Immortal, invisible

Viruses are bundles of DNA or RNA, buttoned up in a protein overcoat. They do nothing for themselves. To reproduce, they exploit the manufacturing capabilities of the more complex cellular structures they gain entry to. All the cells get out of it is an early death, causing disease to the organism of which they were a part. A virus, who for understandable reasons prefers to remain anonymous, explains:


Beneath my protein coat, nucleic acid’s all I’ve got.
I haven’t got a nucleus, cell wall
Or Golgi apparatus. I can do without that lot;
In fact, I don’t need very much at all.

I drift around with all my mates: we’ve dropped out and we’re free,
We hitch-hike on the slightest puff of air,
Sub-microscopic hippies, yeah, it’s how we like to be.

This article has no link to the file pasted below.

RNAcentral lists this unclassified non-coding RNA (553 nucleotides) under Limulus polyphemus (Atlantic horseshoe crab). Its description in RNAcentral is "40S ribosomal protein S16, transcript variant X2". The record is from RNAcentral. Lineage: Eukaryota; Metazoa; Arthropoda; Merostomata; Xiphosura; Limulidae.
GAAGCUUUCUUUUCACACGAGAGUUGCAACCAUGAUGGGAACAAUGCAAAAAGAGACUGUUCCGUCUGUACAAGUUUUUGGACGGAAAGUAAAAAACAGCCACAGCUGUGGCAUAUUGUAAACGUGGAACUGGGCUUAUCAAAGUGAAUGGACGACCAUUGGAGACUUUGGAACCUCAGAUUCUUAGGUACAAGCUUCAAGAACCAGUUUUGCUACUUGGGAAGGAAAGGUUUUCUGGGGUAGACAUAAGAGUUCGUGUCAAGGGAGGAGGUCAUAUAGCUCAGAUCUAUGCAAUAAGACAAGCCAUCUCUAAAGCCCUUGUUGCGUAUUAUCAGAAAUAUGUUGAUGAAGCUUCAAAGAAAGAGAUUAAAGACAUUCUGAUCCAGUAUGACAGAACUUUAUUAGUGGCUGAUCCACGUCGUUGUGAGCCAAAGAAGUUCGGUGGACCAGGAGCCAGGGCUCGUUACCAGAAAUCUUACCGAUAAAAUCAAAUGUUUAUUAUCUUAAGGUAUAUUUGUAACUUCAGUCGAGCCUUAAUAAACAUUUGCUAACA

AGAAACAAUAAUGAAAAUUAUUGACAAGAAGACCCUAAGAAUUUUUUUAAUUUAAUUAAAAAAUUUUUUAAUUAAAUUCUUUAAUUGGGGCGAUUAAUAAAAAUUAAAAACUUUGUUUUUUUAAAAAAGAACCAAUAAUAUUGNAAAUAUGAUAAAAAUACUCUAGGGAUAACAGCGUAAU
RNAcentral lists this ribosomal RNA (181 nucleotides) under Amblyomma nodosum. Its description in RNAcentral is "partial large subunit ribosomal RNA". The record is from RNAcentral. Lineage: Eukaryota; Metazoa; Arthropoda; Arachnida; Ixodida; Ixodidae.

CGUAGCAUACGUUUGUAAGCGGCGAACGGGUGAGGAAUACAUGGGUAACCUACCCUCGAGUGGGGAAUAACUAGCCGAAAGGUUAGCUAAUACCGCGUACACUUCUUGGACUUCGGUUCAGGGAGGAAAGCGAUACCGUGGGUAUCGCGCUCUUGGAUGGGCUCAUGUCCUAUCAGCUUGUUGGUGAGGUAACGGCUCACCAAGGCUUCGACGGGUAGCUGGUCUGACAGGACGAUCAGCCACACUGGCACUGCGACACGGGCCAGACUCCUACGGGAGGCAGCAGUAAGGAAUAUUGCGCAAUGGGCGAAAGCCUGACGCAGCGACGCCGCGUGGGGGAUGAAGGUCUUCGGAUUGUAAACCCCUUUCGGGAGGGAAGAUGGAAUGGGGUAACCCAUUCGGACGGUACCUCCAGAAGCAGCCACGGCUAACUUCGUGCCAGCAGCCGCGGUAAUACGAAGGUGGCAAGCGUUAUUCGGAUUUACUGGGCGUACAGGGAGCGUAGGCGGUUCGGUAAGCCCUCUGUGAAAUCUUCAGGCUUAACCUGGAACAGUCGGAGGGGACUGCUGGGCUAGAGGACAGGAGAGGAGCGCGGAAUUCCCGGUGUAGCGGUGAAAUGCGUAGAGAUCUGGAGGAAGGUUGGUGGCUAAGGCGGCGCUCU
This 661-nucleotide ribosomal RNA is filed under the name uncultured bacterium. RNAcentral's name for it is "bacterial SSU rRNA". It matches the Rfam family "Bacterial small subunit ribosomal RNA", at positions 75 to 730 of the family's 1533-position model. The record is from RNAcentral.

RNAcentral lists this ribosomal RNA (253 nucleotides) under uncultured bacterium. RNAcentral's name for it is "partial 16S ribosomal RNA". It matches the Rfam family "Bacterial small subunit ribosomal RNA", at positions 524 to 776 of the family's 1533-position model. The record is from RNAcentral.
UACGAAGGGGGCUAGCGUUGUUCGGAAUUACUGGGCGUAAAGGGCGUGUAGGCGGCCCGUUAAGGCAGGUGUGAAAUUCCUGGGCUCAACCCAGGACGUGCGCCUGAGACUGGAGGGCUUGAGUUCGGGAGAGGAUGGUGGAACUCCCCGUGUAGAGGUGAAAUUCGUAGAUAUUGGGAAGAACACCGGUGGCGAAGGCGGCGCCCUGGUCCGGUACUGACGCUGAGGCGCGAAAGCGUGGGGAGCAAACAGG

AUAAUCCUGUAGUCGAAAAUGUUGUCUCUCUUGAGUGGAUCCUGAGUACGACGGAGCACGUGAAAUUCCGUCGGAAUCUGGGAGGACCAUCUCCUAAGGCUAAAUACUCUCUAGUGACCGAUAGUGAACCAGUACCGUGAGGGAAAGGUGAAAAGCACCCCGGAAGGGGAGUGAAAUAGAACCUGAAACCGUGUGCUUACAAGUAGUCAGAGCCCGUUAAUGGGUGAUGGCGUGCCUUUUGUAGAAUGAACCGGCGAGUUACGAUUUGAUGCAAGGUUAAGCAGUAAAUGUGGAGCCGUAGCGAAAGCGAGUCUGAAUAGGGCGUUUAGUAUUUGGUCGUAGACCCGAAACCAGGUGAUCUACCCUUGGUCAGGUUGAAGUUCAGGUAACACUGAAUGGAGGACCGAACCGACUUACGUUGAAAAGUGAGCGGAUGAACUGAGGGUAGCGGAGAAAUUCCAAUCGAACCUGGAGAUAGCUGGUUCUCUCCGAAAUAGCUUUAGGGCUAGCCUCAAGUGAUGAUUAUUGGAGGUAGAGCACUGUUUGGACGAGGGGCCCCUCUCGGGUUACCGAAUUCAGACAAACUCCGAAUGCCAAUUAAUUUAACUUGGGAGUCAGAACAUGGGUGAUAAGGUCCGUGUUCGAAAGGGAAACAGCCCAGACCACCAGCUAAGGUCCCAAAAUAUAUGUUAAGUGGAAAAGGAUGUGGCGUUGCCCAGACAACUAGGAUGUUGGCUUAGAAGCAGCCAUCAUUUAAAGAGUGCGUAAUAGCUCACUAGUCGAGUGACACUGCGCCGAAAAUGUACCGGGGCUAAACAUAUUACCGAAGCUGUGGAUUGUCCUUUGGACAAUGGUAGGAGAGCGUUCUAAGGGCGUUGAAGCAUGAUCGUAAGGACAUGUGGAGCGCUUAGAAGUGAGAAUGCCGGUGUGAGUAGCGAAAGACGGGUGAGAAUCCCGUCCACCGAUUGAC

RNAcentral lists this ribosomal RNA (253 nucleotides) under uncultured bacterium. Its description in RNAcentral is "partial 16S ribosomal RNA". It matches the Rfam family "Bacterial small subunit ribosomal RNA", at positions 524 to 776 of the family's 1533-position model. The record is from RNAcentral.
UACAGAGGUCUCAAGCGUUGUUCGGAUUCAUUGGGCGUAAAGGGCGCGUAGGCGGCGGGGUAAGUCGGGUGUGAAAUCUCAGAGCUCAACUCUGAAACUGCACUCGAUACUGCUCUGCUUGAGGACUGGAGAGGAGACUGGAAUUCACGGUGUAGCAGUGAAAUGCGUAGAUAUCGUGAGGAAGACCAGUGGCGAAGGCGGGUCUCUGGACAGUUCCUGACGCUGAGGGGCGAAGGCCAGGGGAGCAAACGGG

There’s no way you can tell that we are there.

But when we get inside a cell and commandeer its works,
We make our presence felt – it can’t ignore us.
We’ve got this hip philosophy that working’s just for jerks,
So, once inside, we make the cell work for us.

Forced labour? No, it’s nature, man; and this seems clear enough:
God made that cell for viruses to breed in.
It’s not our fault if, when we’re done, the cell will die – that’s tough.
In evolution’s terms, man, we’re succeedin’!

You say we cause disease in you. Hey, man, don’t give me grief!
At least it isn’t me whose end is nigh:
Your cells will let you down, your earthly span of life is brief.
But we are not alive, so cannot die . . .

[Image: theguardian.com (Corbis Matthias Kulka/Corbis)]
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